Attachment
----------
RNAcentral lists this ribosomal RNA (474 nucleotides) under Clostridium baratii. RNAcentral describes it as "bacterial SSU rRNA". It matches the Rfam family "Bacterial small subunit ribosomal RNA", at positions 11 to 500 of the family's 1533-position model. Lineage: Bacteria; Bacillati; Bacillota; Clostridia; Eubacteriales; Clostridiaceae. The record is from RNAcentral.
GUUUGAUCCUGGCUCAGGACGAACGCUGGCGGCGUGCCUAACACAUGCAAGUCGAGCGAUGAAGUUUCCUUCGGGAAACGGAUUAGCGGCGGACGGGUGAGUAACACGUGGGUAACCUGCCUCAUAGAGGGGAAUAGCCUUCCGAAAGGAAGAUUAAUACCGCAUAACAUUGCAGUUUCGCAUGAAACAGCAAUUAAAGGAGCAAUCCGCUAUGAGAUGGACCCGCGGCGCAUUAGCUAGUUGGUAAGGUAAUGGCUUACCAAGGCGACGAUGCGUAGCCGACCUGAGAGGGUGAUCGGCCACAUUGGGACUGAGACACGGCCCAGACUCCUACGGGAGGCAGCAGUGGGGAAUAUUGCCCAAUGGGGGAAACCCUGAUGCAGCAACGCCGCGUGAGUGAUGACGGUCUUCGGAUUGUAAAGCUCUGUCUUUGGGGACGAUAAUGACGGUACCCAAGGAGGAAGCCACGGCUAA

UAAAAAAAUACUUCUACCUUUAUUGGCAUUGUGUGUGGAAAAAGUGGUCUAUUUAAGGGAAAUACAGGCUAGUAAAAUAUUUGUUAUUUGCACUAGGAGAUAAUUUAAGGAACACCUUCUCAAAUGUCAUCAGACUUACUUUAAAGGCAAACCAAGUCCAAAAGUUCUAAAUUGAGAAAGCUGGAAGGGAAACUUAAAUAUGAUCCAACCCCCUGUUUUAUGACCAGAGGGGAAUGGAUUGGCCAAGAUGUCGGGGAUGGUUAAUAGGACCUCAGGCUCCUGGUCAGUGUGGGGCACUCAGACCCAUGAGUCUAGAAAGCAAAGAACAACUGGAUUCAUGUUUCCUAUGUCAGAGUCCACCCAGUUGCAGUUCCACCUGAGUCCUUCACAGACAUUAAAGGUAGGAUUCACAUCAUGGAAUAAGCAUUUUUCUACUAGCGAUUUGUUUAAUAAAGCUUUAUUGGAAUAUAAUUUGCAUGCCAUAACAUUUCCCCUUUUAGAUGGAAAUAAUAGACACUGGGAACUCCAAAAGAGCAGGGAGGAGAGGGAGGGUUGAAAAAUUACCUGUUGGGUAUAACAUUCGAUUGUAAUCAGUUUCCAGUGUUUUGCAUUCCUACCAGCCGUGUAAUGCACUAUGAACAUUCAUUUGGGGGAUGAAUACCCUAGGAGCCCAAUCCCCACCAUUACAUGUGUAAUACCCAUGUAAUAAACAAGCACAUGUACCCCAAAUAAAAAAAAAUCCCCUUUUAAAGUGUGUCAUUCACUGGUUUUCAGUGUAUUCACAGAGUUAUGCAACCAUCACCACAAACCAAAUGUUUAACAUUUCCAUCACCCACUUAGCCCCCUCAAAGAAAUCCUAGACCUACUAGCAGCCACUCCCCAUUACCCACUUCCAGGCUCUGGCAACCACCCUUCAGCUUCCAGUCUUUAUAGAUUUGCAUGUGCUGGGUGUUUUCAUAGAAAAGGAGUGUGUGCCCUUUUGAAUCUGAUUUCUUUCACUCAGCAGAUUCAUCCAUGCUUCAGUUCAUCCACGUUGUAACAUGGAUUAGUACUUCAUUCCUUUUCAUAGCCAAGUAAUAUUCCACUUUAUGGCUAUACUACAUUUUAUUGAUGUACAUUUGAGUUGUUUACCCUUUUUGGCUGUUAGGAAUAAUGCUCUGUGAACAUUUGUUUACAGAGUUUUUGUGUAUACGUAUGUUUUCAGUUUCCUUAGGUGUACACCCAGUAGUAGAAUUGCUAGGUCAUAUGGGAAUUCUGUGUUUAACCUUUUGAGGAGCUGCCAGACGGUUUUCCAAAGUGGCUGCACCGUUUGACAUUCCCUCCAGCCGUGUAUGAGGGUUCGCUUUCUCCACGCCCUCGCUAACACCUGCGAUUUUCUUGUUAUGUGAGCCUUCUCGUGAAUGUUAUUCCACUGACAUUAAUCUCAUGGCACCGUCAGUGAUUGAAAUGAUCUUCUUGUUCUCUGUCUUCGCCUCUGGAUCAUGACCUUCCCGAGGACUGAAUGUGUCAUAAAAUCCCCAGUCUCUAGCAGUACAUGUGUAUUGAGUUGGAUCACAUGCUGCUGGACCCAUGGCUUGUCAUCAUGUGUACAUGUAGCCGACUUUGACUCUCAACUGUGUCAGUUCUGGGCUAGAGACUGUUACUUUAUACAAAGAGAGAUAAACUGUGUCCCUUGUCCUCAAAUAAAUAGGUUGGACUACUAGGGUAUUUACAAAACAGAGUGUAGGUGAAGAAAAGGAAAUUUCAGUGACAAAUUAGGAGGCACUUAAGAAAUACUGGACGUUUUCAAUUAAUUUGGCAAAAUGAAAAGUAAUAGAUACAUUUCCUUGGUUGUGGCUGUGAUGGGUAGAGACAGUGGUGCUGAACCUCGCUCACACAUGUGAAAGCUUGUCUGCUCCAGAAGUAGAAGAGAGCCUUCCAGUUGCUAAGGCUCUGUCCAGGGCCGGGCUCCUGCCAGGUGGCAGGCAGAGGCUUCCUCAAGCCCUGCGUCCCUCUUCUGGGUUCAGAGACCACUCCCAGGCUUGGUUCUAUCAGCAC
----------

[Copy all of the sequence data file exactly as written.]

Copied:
RNAcentral lists this ribosomal RNA (474 nucleotides) under Clostridium baratii. RNAcentral describes it as "bacterial SSU rRNA". It matches the Rfam family "Bacterial small subunit ribosomal RNA", at positions 11 to 500 of the family's 1533-position model. Lineage: Bacteria; Bacillati; Bacillota; Clostridia; Eubacteriales; Clostridiaceae. The record is from RNAcentral.
GUUUGAUCCUGGCUCAGGACGAACGCUGGCGGCGUGCCUAACACAUGCAAGUCGAGCGAUGAAGUUUCCUUCGGGAAACGGAUUAGCGGCGGACGGGUGAGUAACACGUGGGUAACCUGCCUCAUAGAGGGGAAUAGCCUUCCGAAAGGAAGAUUAAUACCGCAUAACAUUGCAGUUUCGCAUGAAACAGCAAUUAAAGGAGCAAUCCGCUAUGAGAUGGACCCGCGGCGCAUUAGCUAGUUGGUAAGGUAAUGGCUUACCAAGGCGACGAUGCGUAGCCGACCUGAGAGGGUGAUCGGCCACAUUGGGACUGAGACACGGCCCAGACUCCUACGGGAGGCAGCAGUGGGGAAUAUUGCCCAAUGGGGGAAACCCUGAUGCAGCAACGCCGCGUGAGUGAUGACGGUCUUCGGAUUGUAAAGCUCUGUCUUUGGGGACGAUAAUGACGGUACCCAAGGAGGAAGCCACGGCUAA

UAAAAAAAUACUUCUACCUUUAUUGGCAUUGUGUGUGGAAAAAGUGGUCUAUUUAAGGGAAAUACAGGCUAGUAAAAUAUUUGUUAUUUGCACUAGGAGAUAAUUUAAGGAACACCUUCUCAAAUGUCAUCAGACUUACUUUAAAGGCAAACCAAGUCCAAAAGUUCUAAAUUGAGAAAGCUGGAAGGGAAACUUAAAUAUGAUCCAACCCCCUGUUUUAUGACCAGAGGGGAAUGGAUUGGCCAAGAUGUCGGGGAUGGUUAAUAGGACCUCAGGCUCCUGGUCAGUGUGGGGCACUCAGACCCAUGAGUCUAGAAAGCAAAGAACAACUGGAUUCAUGUUUCCUAUGUCAGAGUCCACCCAGUUGCAGUUCCACCUGAGUCCUUCACAGACAUUAAAGGUAGGAUUCACAUCAUGGAAUAAGCAUUUUUCUACUAGCGAUUUGUUUAAUAAAGCUUUAUUGGAAUAUAAUUUGCAUGCCAUAACAUUUCCCCUUUUAGAUGGAAAUAAUAGACACUGGGAACUCCAAAAGAGCAGGGAGGAGAGGGAGGGUUGAAAAAUUACCUGUUGGGUAUAACAUUCGAUUGUAAUCAGUUUCCAGUGUUUUGCAUUCCUACCAGCCGUGUAAUGCACUAUGAACAUUCAUUUGGGGGAUGAAUACCCUAGGAGCCCAAUCCCCACCAUUACAUGUGUAAUACCCAUGUAAUAAACAAGCACAUGUACCCCAAAUAAAAAAAAAUCCCCUUUUAAAGUGUGUCAUUCACUGGUUUUCAGUGUAUUCACAGAGUUAUGCAACCAUCACCACAAACCAAAUGUUUAACAUUUCCAUCACCCACUUAGCCCCCUCAAAGAAAUCCUAGACCUACUAGCAGCCACUCCCCAUUACCCACUUCCAGGCUCUGGCAACCACCCUUCAGCUUCCAGUCUUUAUAGAUUUGCAUGUGCUGGGUGUUUUCAUAGAAAAGGAGUGUGUGCCCUUUUGAAUCUGAUUUCUUUCACUCAGCAGAUUCAUCCAUGCUUCAGUUCAUCCACGUUGUAACAUGGAUUAGUACUUCAUUCCUUUUCAUAGCCAAGUAAUAUUCCACUUUAUGGCUAUACUACAUUUUAUUGAUGUACAUUUGAGUUGUUUACCCUUUUUGGCUGUUAGGAAUAAUGCUCUGUGAACAUUUGUUUACAGAGUUUUUGUGUAUACGUAUGUUUUCAGUUUCCUUAGGUGUACACCCAGUAGUAGAAUUGCUAGGUCAUAUGGGAAUUCUGUGUUUAACCUUUUGAGGAGCUGCCAGACGGUUUUCCAAAGUGGCUGCACCGUUUGACAUUCCCUCCAGCCGUGUAUGAGGGUUCGCUUUCUCCACGCCCUCGCUAACACCUGCGAUUUUCUUGUUAUGUGAGCCUUCUCGUGAAUGUUAUUCCACUGACAUUAAUCUCAUGGCACCGUCAGUGAUUGAAAUGAUCUUCUUGUUCUCUGUCUUCGCCUCUGGAUCAUGACCUUCCCGAGGACUGAAUGUGUCAUAAAAUCCCCAGUCUCUAGCAGUACAUGUGUAUUGAGUUGGAUCACAUGCUGCUGGACCCAUGGCUUGUCAUCAUGUGUACAUGUAGCCGACUUUGACUCUCAACUGUGUCAGUUCUGGGCUAGAGACUGUUACUUUAUACAAAGAGAGAUAAACUGUGUCCCUUGUCCUCAAAUAAAUAGGUUGGACUACUAGGGUAUUUACAAAACAGAGUGUAGGUGAAGAAAAGGAAAUUUCAGUGACAAAUUAGGAGGCACUUAAGAAAUACUGGACGUUUUCAAUUAAUUUGGCAAAAUGAAAAGUAAUAGAUACAUUUCCUUGGUUGUGGCUGUGAUGGGUAGAGACAGUGGUGCUGAACCUCGCUCACACAUGUGAAAGCUUGUCUGCUCCAGAAGUAGAAGAGAGCCUUCCAGUUGCUAAGGCUCUGUCCAGGGCCGGGCUCCUGCCAGGUGGCAGGCAGAGGCUUCCUCAAGCCCUGCGUCCCUCUUCUGGGUUCAGAGACCACUCCCAGGCUUGGUUCUAUCAGCAC